Topics: Unemployment rates; Rafah joint government statement; Parliament House workplace; PM engagement;

04:20PM AEDT
15 February 2024


Kieran Gilbert: The Leader of the Opposition in the Senate, Simon Birmingham, is with us this unemployment number today. You never like to see unemployment go up. As Andrew said, historically 4.1% is still pretty low, if we can get inflation down and still have it in the low fours.


Simon Birmingham: Well, the reality is unemployment was driven below 4% by the Coalition government. The test for the Albanese Government is whether they can keep unemployment low. There’s no point having a world in which Australians find themselves dealing with cost-of-living pressures for different reasons, namely because they’re out of jobs. You need to make sure Australians have jobs as well as keep inflation down.


Andrew Clennell: What’s an acceptable rate of unemployment? Because we know Treasury’s forecast four and a half. Isn’t that the sort of ceiling you want to keep it at about that rate to get inflation down?


Simon Birmingham: Well, you always want to keep unemployment as low as possible. The reality is in these figures, we see that the number of hours that are worked by Australians coming down quite significantly. That, of course, is just going to add to the pressures there. There’s a number of measures you’ve always got to look at. The strength of the economy being measured partly in the participation rate, partly in the unemployment rate, but also there’s other key factors. If Australians are working fewer hours or they’re losing their jobs, then that’s just going to add more cost-of-living pressures to them.


Kieran Gilbert: Let’s talk about the Middle East now on this statement about Rafah from the Australian, Canadian and New Zealand governments. Does it make any difference, these sort of statements, or are we just yelling into the abyss?


Simon Birmingham: Well, it’s always important that we are clear in terms of our positions and approaches. Now, the vast number of Palestinian peoples who have moved into the Rafah area means it does present enormous challenges. Now, Israel’s demonstrated in terms of their military operations just in the last couple of days that they can rescue hostages, hostages who Hamas had moved into that region as well. They were using these vast populations clearly as human shields to protect the Hamas operatives and in which to hide those hostages. So, there’s a lot of nuance to be mindful of here and a lot of care that needs to be taken in terms of blanket statements about there being no operations, but there is clearly an onus upon Israel to act with immense care and caution, given the huge dislocated civilian populations that are there.


Kieran Gilbert: That seems stronger words from you to Israel than we’ve heard from your leader. Would you agree?


Simon Birmingham: Look, I don’t necessarily sit there and study each of our words. I think we have both been very clear in wanting to see innocent civilians protected. But also, I have also been very clear, obviously, of the need to see Hamas removed, but also of the fact that there is a strong reason here to preserve Israel’s right to maintain its military operations, particularly when it comes to their legal rights to go and rescue hostages who Hamas has been holding for such a long period of time. In this case, the evidence is there. Israel can rescue them at times, and they had been held in this Rafah area using, of course, these innocent civilians as human shields.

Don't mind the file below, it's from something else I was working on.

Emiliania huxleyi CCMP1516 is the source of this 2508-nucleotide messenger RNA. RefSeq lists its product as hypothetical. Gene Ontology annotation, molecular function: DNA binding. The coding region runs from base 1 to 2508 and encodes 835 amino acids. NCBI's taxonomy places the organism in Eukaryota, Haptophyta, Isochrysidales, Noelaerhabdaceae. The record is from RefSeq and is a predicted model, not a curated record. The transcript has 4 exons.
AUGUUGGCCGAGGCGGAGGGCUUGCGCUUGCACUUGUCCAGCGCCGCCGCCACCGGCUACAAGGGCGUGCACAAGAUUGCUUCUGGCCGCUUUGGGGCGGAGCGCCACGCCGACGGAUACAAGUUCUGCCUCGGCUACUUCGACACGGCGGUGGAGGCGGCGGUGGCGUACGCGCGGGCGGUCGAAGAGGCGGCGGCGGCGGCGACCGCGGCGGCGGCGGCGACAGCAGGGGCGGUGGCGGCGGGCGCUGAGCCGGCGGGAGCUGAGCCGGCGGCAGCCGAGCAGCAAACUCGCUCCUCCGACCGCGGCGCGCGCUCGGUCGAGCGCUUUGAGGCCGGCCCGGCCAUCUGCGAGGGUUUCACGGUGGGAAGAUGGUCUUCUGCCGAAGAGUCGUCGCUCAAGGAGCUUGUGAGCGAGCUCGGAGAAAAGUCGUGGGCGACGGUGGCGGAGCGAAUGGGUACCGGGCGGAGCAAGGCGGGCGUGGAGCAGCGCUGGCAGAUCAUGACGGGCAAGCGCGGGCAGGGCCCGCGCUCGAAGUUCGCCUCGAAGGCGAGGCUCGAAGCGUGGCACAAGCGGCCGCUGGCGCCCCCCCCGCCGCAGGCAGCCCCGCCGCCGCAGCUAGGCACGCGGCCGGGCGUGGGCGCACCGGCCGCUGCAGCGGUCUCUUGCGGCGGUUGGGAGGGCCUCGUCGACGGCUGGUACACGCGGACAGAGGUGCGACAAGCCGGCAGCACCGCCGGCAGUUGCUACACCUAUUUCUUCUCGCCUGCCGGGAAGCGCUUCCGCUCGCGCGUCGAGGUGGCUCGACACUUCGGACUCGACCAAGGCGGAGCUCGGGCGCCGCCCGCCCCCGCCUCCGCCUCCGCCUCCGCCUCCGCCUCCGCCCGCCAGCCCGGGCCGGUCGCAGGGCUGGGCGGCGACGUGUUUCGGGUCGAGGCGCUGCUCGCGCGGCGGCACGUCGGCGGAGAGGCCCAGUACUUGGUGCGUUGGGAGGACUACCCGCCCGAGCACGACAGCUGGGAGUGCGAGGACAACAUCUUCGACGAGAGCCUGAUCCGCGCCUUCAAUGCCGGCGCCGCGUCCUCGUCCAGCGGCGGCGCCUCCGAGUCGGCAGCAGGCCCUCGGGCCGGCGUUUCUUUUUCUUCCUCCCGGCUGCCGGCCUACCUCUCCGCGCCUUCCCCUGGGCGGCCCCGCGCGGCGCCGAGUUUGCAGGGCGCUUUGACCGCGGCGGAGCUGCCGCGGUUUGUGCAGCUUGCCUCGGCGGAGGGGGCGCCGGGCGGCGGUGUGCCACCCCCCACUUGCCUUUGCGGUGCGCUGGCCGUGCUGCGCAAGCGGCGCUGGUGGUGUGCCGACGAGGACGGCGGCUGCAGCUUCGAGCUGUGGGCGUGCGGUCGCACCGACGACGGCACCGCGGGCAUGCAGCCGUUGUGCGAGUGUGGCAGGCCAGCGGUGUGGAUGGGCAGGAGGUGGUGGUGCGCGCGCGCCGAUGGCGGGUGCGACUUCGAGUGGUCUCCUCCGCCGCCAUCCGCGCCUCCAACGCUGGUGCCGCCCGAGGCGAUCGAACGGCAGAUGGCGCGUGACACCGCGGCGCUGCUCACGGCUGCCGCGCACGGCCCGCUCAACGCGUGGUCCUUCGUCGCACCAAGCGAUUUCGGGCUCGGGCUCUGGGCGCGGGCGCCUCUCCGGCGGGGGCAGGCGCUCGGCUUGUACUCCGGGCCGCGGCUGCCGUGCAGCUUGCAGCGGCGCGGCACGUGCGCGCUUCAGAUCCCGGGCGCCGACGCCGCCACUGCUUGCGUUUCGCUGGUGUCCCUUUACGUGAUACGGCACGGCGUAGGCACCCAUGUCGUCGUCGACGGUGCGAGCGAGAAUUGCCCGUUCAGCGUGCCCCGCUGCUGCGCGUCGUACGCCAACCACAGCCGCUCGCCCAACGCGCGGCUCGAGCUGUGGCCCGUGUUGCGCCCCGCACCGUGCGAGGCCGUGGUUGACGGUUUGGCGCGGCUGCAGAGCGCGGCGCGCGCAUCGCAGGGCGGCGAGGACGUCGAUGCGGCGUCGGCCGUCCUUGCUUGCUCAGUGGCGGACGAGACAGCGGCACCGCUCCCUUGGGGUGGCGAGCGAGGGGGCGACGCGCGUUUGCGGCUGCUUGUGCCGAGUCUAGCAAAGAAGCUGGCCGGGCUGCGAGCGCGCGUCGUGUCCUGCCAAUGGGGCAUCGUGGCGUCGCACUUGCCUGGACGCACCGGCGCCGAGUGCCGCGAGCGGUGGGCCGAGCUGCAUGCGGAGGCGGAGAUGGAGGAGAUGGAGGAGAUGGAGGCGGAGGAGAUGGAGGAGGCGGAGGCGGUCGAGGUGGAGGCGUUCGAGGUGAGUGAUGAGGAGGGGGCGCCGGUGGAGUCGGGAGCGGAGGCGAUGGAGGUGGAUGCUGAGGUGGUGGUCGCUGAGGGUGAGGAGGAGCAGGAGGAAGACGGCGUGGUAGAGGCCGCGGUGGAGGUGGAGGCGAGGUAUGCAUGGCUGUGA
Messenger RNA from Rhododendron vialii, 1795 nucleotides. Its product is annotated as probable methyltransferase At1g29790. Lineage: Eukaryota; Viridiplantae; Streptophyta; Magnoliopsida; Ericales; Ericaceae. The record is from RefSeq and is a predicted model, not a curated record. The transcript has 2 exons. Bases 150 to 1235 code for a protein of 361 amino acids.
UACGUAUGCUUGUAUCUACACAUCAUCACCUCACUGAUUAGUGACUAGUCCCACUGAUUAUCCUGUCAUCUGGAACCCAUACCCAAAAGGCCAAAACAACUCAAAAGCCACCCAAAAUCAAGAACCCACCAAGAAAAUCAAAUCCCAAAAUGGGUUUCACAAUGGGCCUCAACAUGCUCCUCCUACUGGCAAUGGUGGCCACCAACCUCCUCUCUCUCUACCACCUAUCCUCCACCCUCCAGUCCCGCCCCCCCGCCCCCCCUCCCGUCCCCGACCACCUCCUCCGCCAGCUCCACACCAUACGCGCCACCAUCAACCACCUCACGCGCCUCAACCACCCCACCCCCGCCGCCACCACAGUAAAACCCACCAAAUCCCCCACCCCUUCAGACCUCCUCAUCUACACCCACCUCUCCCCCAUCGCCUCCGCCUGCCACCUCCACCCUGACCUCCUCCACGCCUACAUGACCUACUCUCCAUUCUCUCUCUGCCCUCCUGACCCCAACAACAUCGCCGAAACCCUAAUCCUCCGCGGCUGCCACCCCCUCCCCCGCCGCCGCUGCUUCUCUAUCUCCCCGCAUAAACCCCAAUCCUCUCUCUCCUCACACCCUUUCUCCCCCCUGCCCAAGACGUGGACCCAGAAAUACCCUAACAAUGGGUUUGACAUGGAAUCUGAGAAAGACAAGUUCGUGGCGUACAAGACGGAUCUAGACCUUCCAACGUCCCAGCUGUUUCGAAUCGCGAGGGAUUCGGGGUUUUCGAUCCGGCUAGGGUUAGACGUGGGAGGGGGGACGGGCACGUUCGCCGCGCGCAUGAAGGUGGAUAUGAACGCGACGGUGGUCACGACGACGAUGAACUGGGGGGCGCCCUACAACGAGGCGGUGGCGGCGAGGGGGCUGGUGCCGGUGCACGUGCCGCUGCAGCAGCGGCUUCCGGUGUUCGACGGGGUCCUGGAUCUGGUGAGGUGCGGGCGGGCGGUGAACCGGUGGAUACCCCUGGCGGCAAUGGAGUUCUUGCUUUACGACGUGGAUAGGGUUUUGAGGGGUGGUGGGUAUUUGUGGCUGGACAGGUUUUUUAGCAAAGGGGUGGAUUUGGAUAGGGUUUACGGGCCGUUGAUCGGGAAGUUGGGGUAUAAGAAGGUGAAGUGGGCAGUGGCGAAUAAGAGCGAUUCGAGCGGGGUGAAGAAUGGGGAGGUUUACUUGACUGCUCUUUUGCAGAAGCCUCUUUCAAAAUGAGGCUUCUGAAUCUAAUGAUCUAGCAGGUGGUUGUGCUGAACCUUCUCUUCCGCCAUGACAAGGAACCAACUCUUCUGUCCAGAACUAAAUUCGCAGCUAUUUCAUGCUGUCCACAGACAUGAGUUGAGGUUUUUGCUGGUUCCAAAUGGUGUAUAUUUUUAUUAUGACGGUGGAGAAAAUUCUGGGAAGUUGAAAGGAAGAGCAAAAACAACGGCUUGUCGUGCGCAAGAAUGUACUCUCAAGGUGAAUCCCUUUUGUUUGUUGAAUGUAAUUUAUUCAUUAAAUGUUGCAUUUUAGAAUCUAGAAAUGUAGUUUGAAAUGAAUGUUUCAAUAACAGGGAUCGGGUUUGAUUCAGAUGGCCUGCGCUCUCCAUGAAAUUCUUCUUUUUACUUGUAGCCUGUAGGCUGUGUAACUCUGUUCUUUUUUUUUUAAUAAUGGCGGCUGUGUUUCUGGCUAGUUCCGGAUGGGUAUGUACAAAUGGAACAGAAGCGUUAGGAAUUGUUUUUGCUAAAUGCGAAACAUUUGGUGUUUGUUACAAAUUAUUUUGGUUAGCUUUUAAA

Olivia Caisley: I know you’ve been very busy in Senate estimates today, but in question time today we heard this proposal from Zali Steggall. She says that she’d like to see random alcohol and drug tests. Now, we know that professional standards haven’t necessarily been met on both sides of politics, but do you see any merit in that kind of measure being brought in to ensure a healthier, happier workplace for everyone here at Parliament?


Simon Birmingham: So, to show that I really wasn’t paying any attention to House of Representatives Question Time because I was in Senate Estimates, I’m assuming that proposal is for the operation of this building? Look at a personal level. I don’t really care. And if that’s what people want to do, then so be it. Of course, it applies in mining sites and other workplaces around the world. I also am far from convinced that it’s necessary or warranted. We have put in place a range of mechanisms following different reviews over the years to seek to ensure this workplace can set an example for the rest of the country, as it should. But I think we also need to be careful of not taking that to extremes that, frankly, are not necessarily what we would be expecting in otherwise white-collar workplaces around the country.


Kieran Gilbert: I think they might be toasting something at the lodge up the road tonight. The engagement. Any reflections on imminent nuptials.


Simon Birmingham: Well, I was here for Senate Estimates until quite late last night. So it’s nice to know that in Canberra some people were able to get out and celebrate their Valentine’s Day.


Kieran Gilbert: Oh, there he goes.


Simon Birmingham: I do wish the PM and Jodie every happiness of course.


Kieran Gilbert: Well, there they are. They’re walking out to make their statement at the lodge and something that’s obviously going to feature.


Simon Birmingham: I should, of course note many Labor senators and ministers were here for Senate estimates till late last night, too. I’m not pleading orphan status there, but good on the PM for being able to get out there and enjoy his Valentine’s Day and make it a memorable one.


Kieran Gilbert: It was certainly a memorable one, that’s for sure. Simon Birmingham. Great to see you appreciate it.